‘Save first, spend what’s left.’ This is great advice. It’s also the opposite to what most people do, which is ‘spend first, save what’s left.’
The second strategy has an obvious problem: what happens if there is nothing left after spending?
The answer, of course, is that nothing gets saved. And if nothing gets saved, nothing of any value gets bought. No home, no decent holiday, no seed money for your own business (the best way to become wealthy, by the way).
Which is why financially successful people save first, and spend what’s left. The good news is that modern technology gives us all a very easy way to do just that. We call this strategy ‘set and forget.’ It is nothing more sophisticated – and nothing more difficult – than setting up a system of direct debits. And then forgetting about them.
Direct debit is a really convenient way of ensuring you pay all your essential bills. When you organise for bills to be paid by direct debit, all you have to do is make sure you have enough money in your account on the day the payment is due. If this is a challenge, then try to organise the direct debits for the day after pay day. This gives you much less time to go spending before the bills are due.
(There is one word of warning when it comes to direct debit: make sure you actually check the bills that you are paying each month. You want to make sure prices have not risen without you realising, and that you are only being charged what you actually wanted. Hello, mobile phone company…)
The ‘trick’ then becomes to treat your savings plan like a normal bill that has to be paid regularly. A direct debit that has to be made each payday. Rent? Tick. Phone? Tick. Savings? Tick.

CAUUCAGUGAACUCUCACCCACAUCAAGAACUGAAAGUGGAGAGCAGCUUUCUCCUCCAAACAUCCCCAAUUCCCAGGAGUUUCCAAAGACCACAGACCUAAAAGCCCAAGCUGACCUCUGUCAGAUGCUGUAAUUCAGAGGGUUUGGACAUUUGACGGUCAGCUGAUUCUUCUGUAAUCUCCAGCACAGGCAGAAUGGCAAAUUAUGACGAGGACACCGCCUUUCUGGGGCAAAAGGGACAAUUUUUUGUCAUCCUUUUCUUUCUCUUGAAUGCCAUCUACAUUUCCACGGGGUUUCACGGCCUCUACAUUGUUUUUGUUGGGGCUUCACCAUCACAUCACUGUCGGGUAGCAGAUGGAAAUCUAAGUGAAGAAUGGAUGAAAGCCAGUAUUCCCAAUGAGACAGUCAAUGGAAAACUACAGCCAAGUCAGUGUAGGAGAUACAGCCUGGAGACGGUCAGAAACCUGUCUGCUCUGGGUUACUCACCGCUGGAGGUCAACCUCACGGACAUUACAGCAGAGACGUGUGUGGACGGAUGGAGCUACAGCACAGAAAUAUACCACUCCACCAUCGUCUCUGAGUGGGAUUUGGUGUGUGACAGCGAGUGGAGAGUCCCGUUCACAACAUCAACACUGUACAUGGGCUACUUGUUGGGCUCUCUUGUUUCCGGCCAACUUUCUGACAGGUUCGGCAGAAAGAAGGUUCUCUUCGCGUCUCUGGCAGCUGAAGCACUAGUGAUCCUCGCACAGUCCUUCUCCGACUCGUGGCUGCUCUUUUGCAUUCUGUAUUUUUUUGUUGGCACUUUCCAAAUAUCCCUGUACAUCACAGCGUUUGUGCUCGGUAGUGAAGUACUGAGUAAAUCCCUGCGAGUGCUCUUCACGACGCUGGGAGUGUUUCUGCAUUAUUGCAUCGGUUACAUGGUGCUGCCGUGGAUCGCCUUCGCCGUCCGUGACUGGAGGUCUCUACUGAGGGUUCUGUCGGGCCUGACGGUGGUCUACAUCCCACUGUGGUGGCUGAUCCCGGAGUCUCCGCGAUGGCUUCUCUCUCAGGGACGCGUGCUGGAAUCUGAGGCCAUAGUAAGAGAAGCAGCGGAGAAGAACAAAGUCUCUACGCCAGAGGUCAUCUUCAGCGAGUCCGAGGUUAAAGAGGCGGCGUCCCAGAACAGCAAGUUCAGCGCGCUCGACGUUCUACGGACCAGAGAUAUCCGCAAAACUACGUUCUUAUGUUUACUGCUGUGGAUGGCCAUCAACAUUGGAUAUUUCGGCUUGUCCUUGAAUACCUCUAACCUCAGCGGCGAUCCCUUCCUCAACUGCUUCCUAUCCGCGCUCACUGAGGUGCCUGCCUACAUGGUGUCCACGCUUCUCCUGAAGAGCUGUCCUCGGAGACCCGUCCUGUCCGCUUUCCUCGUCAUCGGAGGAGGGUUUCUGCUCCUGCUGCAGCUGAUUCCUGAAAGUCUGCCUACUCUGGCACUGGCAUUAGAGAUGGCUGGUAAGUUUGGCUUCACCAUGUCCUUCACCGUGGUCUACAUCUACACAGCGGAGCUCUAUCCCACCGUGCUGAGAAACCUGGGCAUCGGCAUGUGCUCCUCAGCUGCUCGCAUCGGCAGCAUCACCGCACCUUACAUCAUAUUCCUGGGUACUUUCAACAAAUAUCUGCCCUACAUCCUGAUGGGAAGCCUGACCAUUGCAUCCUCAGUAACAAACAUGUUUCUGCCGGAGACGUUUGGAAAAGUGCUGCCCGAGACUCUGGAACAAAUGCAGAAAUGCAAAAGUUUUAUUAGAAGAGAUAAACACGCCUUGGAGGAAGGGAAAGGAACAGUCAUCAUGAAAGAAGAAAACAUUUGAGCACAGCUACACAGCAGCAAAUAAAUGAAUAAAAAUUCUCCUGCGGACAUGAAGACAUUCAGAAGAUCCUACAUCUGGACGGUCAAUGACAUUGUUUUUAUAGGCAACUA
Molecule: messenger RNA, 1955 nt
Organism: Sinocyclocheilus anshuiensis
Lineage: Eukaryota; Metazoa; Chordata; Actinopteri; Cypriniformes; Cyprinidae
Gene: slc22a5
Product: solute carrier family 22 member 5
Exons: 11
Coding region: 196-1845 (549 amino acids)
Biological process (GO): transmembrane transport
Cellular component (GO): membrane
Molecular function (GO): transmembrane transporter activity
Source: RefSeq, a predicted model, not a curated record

Let’s say you arrange for an extra $200 to be transferred each fortnight into a savings account that is hard to access (or, at least, that is hard to access at 1am on Sunday morning). By the end of the year, you would have saved $5,200 plus any interest that you might be able to pick up.
All you have to do is keep getting paid and the saving occurs automatically. You set, and then forget.
The next step is also a simple one: make your savings hard to spend. This basically means making them hard to get to. A simple way to do this is to create a dedicated savings account with another bank. If you bank with the NAB, get a savings account with Westpac. If you bank with Westpac, get a savings account with the ANZ. Make this your one and only account with that bank. Go for the highest interest-earning account you can get (this will depend on how much you already have saved).
Then – and this is really important – get rid of any plastic card that comes attached to the new account. Make the money in that account hard to spend. Make it so that you have to transfer the money somewhere else before you can spend it. This will means transferring money from one bank to another, which usually takes at least 24 hours. Bye bye impulse spending.
Some people take the idea a step further and don’t even set up internet and phone banking for the new savings account. The only way to get money out of this kind of account is to physically go into a branch during business hours. And branches are not open on weekends. Certainly not at 1am every Sunday morning.
This is just one way to go about forcing yourself to save. There are various others. But they all have one thing in common: you have to automate the saving – and then make it hard to access those savings.
That is the simplest way to save first, and only spend what’s left. Save without thinking.